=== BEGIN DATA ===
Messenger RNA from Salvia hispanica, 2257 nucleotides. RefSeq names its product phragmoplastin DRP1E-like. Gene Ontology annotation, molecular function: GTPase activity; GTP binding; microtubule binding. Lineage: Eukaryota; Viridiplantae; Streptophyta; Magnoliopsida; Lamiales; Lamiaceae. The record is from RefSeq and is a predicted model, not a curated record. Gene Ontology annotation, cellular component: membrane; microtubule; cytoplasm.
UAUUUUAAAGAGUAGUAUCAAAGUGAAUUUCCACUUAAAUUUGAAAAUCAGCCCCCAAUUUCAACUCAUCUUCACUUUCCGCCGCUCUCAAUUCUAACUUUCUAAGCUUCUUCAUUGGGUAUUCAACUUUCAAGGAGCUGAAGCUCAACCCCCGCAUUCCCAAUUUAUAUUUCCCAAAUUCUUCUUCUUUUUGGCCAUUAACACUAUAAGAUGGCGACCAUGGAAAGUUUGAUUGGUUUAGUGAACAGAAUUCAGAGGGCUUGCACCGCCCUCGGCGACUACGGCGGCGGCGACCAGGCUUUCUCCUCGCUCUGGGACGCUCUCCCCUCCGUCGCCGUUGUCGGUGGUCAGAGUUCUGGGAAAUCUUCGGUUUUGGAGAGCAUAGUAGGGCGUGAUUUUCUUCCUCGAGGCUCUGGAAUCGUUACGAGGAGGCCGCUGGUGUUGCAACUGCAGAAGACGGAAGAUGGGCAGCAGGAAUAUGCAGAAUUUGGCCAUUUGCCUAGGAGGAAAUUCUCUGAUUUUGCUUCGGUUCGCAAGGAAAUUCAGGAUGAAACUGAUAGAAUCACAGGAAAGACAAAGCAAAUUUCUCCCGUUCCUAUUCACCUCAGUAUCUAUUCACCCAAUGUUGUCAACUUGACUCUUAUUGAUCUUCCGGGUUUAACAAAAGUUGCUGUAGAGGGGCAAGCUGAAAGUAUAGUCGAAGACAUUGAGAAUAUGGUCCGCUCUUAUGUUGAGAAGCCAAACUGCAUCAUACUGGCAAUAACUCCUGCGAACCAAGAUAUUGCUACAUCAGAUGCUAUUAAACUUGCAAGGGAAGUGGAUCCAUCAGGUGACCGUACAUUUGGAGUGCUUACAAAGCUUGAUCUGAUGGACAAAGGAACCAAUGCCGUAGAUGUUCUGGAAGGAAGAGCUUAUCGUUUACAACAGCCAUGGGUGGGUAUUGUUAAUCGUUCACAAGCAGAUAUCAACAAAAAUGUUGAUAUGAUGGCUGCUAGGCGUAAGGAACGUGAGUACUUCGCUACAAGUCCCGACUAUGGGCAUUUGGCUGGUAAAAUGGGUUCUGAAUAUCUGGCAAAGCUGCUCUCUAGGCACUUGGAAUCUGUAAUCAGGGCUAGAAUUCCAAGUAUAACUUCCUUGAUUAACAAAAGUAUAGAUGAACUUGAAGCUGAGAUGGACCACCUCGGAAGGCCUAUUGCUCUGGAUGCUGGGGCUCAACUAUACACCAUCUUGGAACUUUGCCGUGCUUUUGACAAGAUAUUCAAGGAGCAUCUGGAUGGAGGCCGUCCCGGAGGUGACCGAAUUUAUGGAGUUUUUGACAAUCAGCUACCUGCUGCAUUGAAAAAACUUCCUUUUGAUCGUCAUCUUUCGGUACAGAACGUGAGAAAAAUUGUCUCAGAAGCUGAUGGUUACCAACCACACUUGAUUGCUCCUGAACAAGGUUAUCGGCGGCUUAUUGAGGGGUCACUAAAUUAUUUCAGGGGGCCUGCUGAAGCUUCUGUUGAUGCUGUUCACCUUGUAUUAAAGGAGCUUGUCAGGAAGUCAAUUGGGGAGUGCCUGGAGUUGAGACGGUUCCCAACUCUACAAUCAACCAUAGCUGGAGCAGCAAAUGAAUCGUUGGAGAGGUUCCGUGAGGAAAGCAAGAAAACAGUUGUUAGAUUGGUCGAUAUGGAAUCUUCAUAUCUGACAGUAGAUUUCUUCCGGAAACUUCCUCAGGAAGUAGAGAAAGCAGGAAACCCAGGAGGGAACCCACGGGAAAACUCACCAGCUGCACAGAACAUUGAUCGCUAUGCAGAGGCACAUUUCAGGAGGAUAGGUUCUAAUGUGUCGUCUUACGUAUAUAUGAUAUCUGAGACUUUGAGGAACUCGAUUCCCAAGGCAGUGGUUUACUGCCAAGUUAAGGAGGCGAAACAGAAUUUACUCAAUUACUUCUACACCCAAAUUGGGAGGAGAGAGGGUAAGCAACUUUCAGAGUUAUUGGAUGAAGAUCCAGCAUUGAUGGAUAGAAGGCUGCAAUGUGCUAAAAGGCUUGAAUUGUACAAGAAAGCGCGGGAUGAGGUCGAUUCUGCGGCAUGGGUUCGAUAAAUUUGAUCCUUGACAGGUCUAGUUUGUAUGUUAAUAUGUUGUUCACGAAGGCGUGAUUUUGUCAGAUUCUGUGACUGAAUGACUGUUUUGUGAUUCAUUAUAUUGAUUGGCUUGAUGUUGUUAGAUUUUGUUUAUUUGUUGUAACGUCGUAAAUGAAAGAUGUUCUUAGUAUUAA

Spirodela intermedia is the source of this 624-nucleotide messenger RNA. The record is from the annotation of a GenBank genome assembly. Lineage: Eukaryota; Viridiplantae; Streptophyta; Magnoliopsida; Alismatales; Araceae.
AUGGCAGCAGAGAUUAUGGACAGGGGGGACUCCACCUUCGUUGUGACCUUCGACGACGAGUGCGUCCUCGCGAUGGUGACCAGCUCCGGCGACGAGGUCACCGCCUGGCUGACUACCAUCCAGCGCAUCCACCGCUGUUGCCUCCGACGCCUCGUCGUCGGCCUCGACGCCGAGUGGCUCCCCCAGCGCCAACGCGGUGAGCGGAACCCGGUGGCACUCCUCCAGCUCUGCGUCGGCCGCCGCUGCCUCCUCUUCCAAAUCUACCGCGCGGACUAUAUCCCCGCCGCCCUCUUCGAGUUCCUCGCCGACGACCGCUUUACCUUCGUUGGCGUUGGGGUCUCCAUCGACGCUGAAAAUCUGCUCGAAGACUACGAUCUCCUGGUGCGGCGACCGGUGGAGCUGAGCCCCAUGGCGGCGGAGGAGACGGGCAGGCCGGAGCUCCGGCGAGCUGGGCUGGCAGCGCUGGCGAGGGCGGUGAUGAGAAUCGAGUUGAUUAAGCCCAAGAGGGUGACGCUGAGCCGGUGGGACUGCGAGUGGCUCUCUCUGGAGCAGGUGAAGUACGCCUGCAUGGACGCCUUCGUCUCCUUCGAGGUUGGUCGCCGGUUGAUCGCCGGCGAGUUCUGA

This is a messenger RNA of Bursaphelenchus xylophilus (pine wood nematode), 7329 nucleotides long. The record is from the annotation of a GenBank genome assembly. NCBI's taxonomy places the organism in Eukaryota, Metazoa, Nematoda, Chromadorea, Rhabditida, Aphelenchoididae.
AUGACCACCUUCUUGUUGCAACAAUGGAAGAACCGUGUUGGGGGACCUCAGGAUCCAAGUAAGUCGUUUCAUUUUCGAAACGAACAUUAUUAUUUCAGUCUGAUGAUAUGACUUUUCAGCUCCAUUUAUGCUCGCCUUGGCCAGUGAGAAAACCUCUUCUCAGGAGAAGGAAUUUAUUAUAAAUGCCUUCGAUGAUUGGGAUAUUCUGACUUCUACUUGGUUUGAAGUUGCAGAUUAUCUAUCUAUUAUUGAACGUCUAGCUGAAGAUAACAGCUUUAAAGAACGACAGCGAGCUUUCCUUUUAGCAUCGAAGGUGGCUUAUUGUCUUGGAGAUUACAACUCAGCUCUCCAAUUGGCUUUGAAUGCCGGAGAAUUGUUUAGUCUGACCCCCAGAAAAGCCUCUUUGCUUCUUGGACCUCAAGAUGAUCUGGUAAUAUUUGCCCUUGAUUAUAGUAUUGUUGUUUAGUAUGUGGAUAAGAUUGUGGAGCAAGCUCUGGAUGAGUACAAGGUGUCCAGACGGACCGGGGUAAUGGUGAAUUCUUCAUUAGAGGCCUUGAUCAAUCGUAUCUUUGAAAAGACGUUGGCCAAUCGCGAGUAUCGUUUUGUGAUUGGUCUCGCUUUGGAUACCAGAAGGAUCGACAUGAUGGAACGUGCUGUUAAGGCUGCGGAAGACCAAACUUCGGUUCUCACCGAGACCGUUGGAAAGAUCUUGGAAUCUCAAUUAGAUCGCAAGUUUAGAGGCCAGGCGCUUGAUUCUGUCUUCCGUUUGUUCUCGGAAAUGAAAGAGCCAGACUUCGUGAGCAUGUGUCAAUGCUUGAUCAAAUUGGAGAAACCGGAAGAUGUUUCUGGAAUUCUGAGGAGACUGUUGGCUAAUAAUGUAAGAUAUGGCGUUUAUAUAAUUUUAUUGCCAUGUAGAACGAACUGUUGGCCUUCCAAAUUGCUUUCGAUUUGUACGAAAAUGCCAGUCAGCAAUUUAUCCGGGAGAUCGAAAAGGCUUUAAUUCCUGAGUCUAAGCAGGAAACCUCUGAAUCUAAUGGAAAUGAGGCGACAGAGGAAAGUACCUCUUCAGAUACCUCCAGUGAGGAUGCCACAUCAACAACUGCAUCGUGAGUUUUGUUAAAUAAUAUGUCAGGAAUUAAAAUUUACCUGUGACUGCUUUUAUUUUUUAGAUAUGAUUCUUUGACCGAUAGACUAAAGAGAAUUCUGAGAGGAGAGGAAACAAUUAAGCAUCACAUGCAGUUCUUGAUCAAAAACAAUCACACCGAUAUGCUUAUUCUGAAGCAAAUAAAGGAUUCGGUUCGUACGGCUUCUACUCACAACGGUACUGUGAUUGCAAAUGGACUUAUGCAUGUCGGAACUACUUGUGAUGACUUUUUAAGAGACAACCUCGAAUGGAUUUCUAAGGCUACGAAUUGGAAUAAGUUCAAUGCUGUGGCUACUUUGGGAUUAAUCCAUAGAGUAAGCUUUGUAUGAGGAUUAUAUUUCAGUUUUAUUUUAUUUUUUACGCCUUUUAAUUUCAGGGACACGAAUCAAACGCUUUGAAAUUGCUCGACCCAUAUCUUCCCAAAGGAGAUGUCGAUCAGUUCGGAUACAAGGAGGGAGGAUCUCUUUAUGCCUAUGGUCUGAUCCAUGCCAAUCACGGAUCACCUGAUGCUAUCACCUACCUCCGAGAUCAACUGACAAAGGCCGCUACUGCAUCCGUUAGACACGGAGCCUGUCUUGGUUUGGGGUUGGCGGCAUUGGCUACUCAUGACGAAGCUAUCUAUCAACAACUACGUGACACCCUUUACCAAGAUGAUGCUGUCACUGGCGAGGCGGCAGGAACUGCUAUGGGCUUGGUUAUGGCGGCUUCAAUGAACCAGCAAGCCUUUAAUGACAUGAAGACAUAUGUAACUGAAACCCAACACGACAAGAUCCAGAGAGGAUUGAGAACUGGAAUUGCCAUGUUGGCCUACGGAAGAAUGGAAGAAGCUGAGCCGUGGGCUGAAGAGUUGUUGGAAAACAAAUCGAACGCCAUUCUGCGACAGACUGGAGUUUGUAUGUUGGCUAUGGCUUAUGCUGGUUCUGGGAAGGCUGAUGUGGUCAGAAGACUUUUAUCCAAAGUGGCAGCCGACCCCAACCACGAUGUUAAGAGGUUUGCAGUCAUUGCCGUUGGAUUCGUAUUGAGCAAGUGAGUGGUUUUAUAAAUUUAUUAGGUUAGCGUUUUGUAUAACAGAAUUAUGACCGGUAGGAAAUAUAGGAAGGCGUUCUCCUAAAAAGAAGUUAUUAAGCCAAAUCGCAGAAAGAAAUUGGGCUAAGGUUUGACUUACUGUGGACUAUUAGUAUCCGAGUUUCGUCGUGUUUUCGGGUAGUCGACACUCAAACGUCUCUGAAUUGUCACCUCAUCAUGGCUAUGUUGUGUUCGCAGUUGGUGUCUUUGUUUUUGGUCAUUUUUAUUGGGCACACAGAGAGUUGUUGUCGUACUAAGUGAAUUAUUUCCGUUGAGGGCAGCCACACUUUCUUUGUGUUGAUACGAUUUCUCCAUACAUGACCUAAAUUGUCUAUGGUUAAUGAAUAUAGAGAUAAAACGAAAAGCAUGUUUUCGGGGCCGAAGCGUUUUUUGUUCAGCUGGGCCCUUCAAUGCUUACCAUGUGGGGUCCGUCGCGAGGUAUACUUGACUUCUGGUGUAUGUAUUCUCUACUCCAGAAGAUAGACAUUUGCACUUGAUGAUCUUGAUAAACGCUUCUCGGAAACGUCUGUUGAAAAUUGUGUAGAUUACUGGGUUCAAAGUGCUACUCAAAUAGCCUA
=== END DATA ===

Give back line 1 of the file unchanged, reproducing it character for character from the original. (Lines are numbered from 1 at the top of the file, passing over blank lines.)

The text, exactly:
Messenger RNA from Salvia hispanica, 2257 nucleotides. RefSeq names its product phragmoplastin DRP1E-like. Gene Ontology annotation, molecular function: GTPase activity; GTP binding; microtubule binding. Lineage: Eukaryota; Viridiplantae; Streptophyta; Magnoliopsida; Lamiales; Lamiaceae. The record is from RefSeq and is a predicted model, not a curated record. Gene Ontology annotation, cellular component: membrane; microtubule; cytoplasm.